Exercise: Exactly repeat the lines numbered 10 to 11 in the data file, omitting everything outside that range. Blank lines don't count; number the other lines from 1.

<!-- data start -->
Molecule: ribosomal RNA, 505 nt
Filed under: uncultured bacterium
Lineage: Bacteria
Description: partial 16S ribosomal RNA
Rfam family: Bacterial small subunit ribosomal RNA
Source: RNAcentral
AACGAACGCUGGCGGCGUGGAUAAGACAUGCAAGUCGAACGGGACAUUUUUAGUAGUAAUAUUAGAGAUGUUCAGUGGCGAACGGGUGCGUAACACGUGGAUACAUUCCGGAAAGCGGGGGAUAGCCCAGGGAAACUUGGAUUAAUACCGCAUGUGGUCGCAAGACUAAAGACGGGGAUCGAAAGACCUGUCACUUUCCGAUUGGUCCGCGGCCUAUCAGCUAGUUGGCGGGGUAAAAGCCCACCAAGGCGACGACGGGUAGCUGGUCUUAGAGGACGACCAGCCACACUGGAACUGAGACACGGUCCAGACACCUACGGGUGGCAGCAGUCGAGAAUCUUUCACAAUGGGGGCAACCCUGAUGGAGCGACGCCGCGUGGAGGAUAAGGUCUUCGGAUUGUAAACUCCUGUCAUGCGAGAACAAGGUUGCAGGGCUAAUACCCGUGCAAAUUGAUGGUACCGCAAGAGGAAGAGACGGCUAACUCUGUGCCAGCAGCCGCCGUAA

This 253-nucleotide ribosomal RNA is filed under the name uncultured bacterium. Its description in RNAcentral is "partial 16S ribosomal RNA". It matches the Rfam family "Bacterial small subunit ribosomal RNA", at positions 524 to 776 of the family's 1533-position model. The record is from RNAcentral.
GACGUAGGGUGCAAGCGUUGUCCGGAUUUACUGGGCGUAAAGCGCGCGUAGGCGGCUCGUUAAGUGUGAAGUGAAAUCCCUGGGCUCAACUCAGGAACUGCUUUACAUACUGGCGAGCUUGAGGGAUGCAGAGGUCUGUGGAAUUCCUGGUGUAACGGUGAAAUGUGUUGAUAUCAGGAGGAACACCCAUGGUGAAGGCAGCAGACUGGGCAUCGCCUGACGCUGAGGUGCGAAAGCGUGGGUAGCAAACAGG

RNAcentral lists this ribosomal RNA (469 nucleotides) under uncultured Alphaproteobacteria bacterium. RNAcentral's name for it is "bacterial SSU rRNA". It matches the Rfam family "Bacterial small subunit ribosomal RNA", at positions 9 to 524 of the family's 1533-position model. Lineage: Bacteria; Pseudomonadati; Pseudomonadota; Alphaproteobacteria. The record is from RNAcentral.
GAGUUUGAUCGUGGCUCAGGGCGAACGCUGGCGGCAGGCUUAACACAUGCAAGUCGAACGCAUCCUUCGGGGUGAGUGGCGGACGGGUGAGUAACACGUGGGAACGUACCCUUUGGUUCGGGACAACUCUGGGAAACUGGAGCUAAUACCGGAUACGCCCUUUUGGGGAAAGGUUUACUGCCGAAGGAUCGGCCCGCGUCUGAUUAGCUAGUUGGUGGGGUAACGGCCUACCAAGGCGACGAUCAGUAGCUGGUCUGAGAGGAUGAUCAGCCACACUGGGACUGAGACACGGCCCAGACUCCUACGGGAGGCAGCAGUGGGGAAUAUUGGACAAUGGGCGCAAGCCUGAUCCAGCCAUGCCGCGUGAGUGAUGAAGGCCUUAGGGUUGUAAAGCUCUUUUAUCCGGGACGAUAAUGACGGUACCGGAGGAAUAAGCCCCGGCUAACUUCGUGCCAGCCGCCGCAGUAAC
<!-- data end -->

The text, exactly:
RNAcentral lists this ribosomal RNA (469 nucleotides) under uncultured Alphaproteobacteria bacterium. RNAcentral's name for it is "bacterial SSU rRNA". It matches the Rfam family "Bacterial small subunit ribosomal RNA", at positions 9 to 524 of the family's 1533-position model. Lineage: Bacteria; Pseudomonadati; Pseudomonadota; Alphaproteobacteria. The record is from RNAcentral.
GAGUUUGAUCGUGGCUCAGGGCGAACGCUGGCGGCAGGCUUAACACAUGCAAGUCGAACGCAUCCUUCGGGGUGAGUGGCGGACGGGUGAGUAACACGUGGGAACGUACCCUUUGGUUCGGGACAACUCUGGGAAACUGGAGCUAAUACCGGAUACGCCCUUUUGGGGAAAGGUUUACUGCCGAAGGAUCGGCCCGCGUCUGAUUAGCUAGUUGGUGGGGUAACGGCCUACCAAGGCGACGAUCAGUAGCUGGUCUGAGAGGAUGAUCAGCCACACUGGGACUGAGACACGGCCCAGACUCCUACGGGAGGCAGCAGUGGGGAAUAUUGGACAAUGGGCGCAAGCCUGAUCCAGCCAUGCCGCGUGAGUGAUGAAGGCCUUAGGGUUGUAAAGCUCUUUUAUCCGGGACGAUAAUGACGGUACCGGAGGAAUAAGCCCCGGCUAACUUCGUGCCAGCCGCCGCAGUAAC